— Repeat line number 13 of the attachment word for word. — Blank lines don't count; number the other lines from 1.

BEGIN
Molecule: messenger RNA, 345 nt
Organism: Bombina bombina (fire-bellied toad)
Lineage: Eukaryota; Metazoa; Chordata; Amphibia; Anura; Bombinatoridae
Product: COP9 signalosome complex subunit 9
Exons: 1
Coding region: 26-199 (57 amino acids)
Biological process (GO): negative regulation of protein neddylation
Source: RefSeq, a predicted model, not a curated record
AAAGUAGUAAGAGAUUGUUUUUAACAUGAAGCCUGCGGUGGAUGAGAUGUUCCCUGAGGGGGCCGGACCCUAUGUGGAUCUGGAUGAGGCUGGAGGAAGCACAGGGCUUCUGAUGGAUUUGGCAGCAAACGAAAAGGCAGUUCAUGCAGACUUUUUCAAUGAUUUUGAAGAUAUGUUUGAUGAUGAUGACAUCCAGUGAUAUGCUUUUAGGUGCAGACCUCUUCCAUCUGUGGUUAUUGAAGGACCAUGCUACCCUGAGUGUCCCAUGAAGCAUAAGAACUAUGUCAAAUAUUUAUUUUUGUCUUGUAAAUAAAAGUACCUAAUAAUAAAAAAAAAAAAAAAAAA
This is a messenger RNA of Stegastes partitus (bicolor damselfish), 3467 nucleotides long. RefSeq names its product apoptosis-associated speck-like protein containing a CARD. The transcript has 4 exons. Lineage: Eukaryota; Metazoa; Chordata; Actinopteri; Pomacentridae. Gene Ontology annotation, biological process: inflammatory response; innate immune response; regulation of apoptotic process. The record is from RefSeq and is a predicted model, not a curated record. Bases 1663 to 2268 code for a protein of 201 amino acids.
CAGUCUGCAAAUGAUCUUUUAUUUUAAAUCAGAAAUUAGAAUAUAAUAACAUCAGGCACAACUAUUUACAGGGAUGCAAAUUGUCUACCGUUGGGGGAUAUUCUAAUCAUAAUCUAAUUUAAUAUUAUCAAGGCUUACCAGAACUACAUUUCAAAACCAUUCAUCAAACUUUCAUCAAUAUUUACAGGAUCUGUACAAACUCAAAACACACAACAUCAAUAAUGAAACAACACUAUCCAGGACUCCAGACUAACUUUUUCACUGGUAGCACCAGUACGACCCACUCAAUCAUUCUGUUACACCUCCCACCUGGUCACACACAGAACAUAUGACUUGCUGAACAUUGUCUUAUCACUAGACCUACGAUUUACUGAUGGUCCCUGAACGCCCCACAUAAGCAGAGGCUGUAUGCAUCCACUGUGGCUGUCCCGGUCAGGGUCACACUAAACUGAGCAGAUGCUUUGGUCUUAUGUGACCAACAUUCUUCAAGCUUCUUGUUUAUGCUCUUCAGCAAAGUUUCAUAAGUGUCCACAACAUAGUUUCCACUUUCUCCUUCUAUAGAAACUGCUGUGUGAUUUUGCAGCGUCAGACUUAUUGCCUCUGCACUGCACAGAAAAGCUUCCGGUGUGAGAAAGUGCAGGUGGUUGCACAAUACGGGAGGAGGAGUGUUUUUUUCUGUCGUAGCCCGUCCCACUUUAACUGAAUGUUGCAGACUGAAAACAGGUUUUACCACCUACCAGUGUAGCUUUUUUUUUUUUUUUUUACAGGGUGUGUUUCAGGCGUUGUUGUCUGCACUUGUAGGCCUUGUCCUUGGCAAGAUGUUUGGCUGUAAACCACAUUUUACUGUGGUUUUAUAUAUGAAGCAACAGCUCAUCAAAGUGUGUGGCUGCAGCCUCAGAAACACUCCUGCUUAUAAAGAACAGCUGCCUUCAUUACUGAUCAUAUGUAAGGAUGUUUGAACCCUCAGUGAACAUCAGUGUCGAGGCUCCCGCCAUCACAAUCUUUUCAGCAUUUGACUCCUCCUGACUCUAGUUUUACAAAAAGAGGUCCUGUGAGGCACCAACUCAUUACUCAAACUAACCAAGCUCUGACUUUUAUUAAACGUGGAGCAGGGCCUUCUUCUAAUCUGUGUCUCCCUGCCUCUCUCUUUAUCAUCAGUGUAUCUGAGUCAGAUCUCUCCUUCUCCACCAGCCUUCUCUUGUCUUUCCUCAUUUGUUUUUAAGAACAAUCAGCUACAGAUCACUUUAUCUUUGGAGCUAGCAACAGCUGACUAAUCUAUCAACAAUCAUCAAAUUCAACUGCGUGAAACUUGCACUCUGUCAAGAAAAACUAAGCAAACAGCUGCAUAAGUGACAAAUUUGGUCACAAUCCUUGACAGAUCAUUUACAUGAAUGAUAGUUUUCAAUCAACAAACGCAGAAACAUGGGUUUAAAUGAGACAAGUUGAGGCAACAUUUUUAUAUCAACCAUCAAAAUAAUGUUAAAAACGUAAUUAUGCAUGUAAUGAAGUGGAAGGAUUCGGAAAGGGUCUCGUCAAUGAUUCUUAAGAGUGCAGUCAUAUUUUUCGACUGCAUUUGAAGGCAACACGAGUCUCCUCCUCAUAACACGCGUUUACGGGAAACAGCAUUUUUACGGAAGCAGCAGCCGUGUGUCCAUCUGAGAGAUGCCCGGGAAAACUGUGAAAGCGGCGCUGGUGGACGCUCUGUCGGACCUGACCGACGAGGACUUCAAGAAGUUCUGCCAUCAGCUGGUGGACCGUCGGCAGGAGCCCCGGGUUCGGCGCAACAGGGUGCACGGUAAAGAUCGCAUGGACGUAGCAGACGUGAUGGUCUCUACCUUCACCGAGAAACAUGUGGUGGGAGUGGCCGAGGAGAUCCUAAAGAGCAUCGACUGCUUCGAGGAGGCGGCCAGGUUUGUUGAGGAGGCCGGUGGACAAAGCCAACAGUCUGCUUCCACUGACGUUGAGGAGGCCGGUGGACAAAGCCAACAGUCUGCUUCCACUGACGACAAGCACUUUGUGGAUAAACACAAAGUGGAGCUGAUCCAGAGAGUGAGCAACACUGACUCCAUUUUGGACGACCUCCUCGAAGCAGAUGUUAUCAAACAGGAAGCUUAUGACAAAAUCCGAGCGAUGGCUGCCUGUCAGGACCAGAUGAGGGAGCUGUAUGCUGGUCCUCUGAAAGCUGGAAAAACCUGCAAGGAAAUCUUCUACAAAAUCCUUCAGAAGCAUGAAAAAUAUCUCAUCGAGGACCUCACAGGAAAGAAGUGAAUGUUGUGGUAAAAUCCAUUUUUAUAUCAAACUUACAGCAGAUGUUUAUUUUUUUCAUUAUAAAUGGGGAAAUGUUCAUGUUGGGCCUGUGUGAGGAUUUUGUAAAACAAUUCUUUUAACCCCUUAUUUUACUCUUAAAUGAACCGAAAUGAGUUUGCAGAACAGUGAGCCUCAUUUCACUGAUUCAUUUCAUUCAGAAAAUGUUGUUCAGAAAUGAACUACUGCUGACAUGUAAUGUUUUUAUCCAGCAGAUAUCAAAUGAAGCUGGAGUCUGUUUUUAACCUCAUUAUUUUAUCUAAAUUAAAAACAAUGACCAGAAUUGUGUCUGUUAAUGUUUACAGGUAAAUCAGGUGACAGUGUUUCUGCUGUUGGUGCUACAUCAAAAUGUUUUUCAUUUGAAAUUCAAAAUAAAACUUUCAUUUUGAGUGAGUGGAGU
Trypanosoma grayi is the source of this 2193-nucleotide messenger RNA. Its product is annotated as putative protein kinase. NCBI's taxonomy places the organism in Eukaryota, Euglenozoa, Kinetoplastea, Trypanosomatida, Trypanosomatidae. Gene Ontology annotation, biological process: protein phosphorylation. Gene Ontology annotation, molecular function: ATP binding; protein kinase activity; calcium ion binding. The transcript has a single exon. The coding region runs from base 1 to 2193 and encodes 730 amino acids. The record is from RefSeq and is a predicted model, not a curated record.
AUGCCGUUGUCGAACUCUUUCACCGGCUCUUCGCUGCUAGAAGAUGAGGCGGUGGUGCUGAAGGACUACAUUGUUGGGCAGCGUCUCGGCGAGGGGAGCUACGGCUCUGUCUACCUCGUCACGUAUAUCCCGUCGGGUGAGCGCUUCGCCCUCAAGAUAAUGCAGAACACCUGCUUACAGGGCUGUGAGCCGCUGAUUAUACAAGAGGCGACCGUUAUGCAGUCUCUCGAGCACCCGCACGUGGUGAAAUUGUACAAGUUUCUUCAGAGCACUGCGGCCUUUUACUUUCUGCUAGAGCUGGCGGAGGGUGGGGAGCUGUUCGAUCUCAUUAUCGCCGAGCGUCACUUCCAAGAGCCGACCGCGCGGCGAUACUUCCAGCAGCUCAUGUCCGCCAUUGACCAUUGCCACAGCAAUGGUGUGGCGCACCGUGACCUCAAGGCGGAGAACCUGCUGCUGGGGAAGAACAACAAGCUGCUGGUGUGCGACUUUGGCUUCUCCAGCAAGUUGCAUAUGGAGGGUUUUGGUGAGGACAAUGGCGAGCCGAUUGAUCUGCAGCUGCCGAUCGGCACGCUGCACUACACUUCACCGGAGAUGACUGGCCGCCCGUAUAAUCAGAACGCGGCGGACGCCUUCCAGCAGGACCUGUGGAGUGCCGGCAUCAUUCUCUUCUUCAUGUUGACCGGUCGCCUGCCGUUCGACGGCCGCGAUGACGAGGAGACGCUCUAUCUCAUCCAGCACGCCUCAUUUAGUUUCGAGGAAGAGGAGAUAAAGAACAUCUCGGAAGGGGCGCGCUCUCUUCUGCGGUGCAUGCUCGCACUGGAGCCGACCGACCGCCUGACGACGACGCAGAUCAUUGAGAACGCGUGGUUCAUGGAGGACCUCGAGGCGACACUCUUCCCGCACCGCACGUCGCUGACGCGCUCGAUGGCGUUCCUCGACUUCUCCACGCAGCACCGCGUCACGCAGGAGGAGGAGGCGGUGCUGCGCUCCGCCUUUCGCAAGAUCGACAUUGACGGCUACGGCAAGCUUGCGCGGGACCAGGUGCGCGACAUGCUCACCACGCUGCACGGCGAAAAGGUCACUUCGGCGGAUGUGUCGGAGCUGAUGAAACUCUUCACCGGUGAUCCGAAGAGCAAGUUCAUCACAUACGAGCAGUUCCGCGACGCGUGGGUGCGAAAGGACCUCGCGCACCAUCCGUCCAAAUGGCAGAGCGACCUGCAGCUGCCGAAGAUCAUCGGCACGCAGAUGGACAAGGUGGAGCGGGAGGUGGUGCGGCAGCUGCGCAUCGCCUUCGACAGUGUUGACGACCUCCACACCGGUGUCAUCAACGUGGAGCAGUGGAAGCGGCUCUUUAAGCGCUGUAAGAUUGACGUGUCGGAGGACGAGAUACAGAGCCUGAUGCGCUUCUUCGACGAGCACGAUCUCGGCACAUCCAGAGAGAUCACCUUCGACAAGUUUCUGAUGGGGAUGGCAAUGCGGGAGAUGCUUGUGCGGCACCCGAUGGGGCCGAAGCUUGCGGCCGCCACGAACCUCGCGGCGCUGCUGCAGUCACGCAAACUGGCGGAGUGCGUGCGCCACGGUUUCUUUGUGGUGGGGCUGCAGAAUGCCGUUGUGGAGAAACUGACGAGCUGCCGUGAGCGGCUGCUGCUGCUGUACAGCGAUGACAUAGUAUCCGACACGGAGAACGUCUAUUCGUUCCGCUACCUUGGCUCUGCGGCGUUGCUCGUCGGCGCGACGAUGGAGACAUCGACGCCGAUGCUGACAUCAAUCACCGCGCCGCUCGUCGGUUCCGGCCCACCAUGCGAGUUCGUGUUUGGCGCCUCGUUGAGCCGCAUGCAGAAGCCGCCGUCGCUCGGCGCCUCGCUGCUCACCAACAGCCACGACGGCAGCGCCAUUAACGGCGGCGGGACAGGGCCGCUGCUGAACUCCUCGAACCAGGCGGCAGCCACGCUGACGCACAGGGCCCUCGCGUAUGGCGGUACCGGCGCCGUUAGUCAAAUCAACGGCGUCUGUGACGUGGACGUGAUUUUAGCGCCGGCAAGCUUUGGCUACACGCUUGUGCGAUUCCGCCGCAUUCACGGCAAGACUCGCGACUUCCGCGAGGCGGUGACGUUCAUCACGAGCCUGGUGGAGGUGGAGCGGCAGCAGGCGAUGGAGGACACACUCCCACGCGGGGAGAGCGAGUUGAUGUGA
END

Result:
AUGCCGUUGUCGAACUCUUUCACCGGCUCUUCGCUGCUAGAAGAUGAGGCGGUGGUGCUGAAGGACUACAUUGUUGGGCAGCGUCUCGGCGAGGGGAGCUACGGCUCUGUCUACCUCGUCACGUAUAUCCCGUCGGGUGAGCGCUUCGCCCUCAAGAUAAUGCAGAACACCUGCUUACAGGGCUGUGAGCCGCUGAUUAUACAAGAGGCGACCGUUAUGCAGUCUCUCGAGCACCCGCACGUGGUGAAAUUGUACAAGUUUCUUCAGAGCACUGCGGCCUUUUACUUUCUGCUAGAGCUGGCGGAGGGUGGGGAGCUGUUCGAUCUCAUUAUCGCCGAGCGUCACUUCCAAGAGCCGACCGCGCGGCGAUACUUCCAGCAGCUCAUGUCCGCCAUUGACCAUUGCCACAGCAAUGGUGUGGCGCACCGUGACCUCAAGGCGGAGAACCUGCUGCUGGGGAAGAACAACAAGCUGCUGGUGUGCGACUUUGGCUUCUCCAGCAAGUUGCAUAUGGAGGGUUUUGGUGAGGACAAUGGCGAGCCGAUUGAUCUGCAGCUGCCGAUCGGCACGCUGCACUACACUUCACCGGAGAUGACUGGCCGCCCGUAUAAUCAGAACGCGGCGGACGCCUUCCAGCAGGACCUGUGGAGUGCCGGCAUCAUUCUCUUCUUCAUGUUGACCGGUCGCCUGCCGUUCGACGGCCGCGAUGACGAGGAGACGCUCUAUCUCAUCCAGCACGCCUCAUUUAGUUUCGAGGAAGAGGAGAUAAAGAACAUCUCGGAAGGGGCGCGCUCUCUUCUGCGGUGCAUGCUCGCACUGGAGCCGACCGACCGCCUGACGACGACGCAGAUCAUUGAGAACGCGUGGUUCAUGGAGGACCUCGAGGCGACACUCUUCCCGCACCGCACGUCGCUGACGCGCUCGAUGGCGUUCCUCGACUUCUCCACGCAGCACCGCGUCACGCAGGAGGAGGAGGCGGUGCUGCGCUCCGCCUUUCGCAAGAUCGACAUUGACGGCUACGGCAAGCUUGCGCGGGACCAGGUGCGCGACAUGCUCACCACGCUGCACGGCGAAAAGGUCACUUCGGCGGAUGUGUCGGAGCUGAUGAAACUCUUCACCGGUGAUCCGAAGAGCAAGUUCAUCACAUACGAGCAGUUCCGCGACGCGUGGGUGCGAAAGGACCUCGCGCACCAUCCGUCCAAAUGGCAGAGCGACCUGCAGCUGCCGAAGAUCAUCGGCACGCAGAUGGACAAGGUGGAGCGGGAGGUGGUGCGGCAGCUGCGCAUCGCCUUCGACAGUGUUGACGACCUCCACACCGGUGUCAUCAACGUGGAGCAGUGGAAGCGGCUCUUUAAGCGCUGUAAGAUUGACGUGUCGGAGGACGAGAUACAGAGCCUGAUGCGCUUCUUCGACGAGCACGAUCUCGGCACAUCCAGAGAGAUCACCUUCGACAAGUUUCUGAUGGGGAUGGCAAUGCGGGAGAUGCUUGUGCGGCACCCGAUGGGGCCGAAGCUUGCGGCCGCCACGAACCUCGCGGCGCUGCUGCAGUCACGCAAACUGGCGGAGUGCGUGCGCCACGGUUUCUUUGUGGUGGGGCUGCAGAAUGCCGUUGUGGAGAAACUGACGAGCUGCCGUGAGCGGCUGCUGCUGCUGUACAGCGAUGACAUAGUAUCCGACACGGAGAACGUCUAUUCGUUCCGCUACCUUGGCUCUGCGGCGUUGCUCGUCGGCGCGACGAUGGAGACAUCGACGCCGAUGCUGACAUCAAUCACCGCGCCGCUCGUCGGUUCCGGCCCACCAUGCGAGUUCGUGUUUGGCGCCUCGUUGAGCCGCAUGCAGAAGCCGCCGUCGCUCGGCGCCUCGCUGCUCACCAACAGCCACGACGGCAGCGCCAUUAACGGCGGCGGGACAGGGCCGCUGCUGAACUCCUCGAACCAGGCGGCAGCCACGCUGACGCACAGGGCCCUCGCGUAUGGCGGUACCGGCGCCGUUAGUCAAAUCAACGGCGUCUGUGACGUGGACGUGAUUUUAGCGCCGGCAAGCUUUGGCUACACGCUUGUGCGAUUCCGCCGCAUUCACGGCAAGACUCGCGACUUCCGCGAGGCGGUGACGUUCAUCACGAGCCUGGUGGAGGUGGAGCGGCAGCAGGCGAUGGAGGACACACUCCCACGCGGGGAGAGCGAGUUGAUGUGA